• is just again to tell you the kind of story

  • that characterized a little bit of my life.

  • This is a student of mine

  • who had done a Ph.D. called "Backseat Driver."

  • It was in the early days of GPS,

  • the car knew where it was,

  • and it would give audio instructions

  • to the driver, when to turn right, when to turn left and so on.

  • Turns out, there are a lot of things

  • in those instructions that back in that period

  • were pretty challenging,

  • like what does it mean, take the next right?

  • Well, if you're coming up on a street,

  • the next right's probably the one after,

  • and there are lots of issues,

  • and the student did a wonderful thesis,

  • and the MIT patent office said "Don't patent it.

  • It'll never be accepted.

  • The liabilities are too large.

  • There will be insurance issues.

  • Don't patent it."

  • So we didn't,

  • but it shows you how people, again, at times,

  • don't really look at what's happening.

  • Some work, and I'll just go through these very quickly,

  • a lot of sensory stuff.

  • You might recognize a young Yo-Yo Ma

  • and tracking his body for playing

  • the cello or the hypercello.

  • These fellows literally walked around like that at the time.

  • It's now a little bit more discreet

  • and more commonplace.

  • And then there are at least three heroes

  • I want to quickly mention.

  • Marvin Minsky, who taught me a lot

  • about common sense,

  • and I will talk briefly about Muriel Cooper,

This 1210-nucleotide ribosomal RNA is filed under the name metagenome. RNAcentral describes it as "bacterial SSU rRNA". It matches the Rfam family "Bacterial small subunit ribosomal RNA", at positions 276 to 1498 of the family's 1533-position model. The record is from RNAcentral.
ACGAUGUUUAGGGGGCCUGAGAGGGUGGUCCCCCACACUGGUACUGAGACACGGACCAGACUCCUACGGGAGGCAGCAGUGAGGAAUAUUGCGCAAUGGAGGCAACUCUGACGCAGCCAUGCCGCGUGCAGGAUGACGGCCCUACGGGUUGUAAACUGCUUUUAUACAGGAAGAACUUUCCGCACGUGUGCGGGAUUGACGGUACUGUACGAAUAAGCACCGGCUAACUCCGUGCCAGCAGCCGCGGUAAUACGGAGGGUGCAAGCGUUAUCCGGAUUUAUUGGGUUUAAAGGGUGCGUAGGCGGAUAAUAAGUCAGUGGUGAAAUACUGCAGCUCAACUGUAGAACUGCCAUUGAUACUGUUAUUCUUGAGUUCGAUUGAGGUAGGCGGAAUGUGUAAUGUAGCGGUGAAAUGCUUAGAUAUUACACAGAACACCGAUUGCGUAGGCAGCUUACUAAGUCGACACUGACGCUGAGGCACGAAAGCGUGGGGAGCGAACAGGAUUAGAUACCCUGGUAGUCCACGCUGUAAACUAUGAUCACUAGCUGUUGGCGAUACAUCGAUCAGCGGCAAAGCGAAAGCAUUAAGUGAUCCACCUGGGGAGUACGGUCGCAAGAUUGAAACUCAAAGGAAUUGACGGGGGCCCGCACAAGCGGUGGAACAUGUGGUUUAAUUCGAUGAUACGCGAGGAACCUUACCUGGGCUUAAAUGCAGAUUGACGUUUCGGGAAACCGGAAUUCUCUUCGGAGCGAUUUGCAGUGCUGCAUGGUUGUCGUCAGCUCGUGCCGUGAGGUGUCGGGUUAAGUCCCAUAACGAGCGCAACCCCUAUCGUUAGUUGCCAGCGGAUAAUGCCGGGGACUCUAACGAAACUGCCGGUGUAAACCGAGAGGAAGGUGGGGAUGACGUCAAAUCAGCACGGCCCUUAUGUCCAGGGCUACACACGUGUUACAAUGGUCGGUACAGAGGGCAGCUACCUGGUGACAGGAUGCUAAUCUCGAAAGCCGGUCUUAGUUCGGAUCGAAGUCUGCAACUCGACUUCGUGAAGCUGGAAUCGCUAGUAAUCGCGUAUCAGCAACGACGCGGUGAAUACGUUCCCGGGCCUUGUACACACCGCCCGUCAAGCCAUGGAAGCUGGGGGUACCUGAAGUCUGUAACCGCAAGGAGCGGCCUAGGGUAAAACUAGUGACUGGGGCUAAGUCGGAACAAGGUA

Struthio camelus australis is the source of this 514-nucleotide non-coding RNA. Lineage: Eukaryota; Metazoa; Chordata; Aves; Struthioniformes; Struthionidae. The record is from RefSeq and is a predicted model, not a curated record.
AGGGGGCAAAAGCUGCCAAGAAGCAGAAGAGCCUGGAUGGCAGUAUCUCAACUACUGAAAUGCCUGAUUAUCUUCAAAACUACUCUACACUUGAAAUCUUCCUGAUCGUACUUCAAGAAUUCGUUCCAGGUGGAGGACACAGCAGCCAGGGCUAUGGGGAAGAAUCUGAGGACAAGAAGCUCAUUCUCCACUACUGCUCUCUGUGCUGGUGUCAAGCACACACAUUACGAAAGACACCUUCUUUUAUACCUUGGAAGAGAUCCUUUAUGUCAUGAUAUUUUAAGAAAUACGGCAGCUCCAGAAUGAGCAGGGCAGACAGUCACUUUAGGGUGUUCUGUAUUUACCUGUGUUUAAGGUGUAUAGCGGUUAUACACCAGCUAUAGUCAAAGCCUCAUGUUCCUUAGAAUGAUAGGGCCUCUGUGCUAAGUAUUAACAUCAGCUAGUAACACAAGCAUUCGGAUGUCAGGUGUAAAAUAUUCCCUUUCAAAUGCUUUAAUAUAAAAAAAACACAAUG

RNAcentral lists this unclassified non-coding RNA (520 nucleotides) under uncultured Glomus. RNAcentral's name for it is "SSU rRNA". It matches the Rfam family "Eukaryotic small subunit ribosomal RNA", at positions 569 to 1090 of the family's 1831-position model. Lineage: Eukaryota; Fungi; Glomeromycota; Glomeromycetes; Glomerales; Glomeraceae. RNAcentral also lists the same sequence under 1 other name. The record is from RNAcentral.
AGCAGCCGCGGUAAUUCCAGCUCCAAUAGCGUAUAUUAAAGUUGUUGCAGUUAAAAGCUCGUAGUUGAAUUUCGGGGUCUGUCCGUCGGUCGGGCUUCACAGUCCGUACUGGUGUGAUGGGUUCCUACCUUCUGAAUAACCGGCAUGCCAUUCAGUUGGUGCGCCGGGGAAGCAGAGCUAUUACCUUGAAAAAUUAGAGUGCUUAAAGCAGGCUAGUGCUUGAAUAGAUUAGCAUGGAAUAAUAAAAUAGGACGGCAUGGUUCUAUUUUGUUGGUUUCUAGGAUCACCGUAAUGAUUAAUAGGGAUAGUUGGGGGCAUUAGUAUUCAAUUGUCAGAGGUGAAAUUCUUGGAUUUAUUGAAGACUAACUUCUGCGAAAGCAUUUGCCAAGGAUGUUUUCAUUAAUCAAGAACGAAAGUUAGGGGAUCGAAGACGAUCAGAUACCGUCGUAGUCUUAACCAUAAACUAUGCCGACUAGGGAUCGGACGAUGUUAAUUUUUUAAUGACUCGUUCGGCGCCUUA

• who was very important to Ricky Wurman

  • and to TED, and in fact, when she got onstage,

  • she said, the first thing she said was,

  • "I introduced Ricky to Nicky."

  • And nobody calls me Nicky

  • and nobody calls Richard Ricky,

  • so nobody knew who she was talking about.

  • And then, of course, Seymour Papert,

  • who is the person who said,

  • "You can't think about thinking

  • unless you think about thinking about something."

  • And that's actuallyyou can unpack that later.

  • It's a pretty profound statement.

  • I'm showing some slides

  • that were from TED 2,

  • a little silly as slides, perhaps.

  • Then I felt television really was about displays.

  • Again, now we're past TED 1,

  • but just around the time of TED 2,

  • and what I'd like to mention here is,

  • even though you could imagine

  • intelligence in the device,

  • I look today at some of the work

  • being done about the Internet of Things,

  • and I think it's kind of tragically pathetic,

  • because what has happened is people take

  • the oven panel and put it on your cell phone,

  • or the door key onto your cell phone,

  • just taking it and bringing it to you,

  • and in fact that's actually what you don't want.

  • You want to put a chicken in the oven,

  • and the oven says, "Aha, it's a chicken,"

  • and it cooks the chicken.

  • "Oh, it's cooking the chicken for Nicholas,

  • and he likes it this way and that way."

  • So the intelligence, instead of being in the device,

  • we have started today

  • to move it back onto the cell phone

  • or closer to the user,

  • not a particularly enlightened view

  • of the Internet of Things.

  • Television, again, television what I said today,

  • that was back in 1990,

  • and the television of tomorrow

  • would look something like that.

  • Again, people, but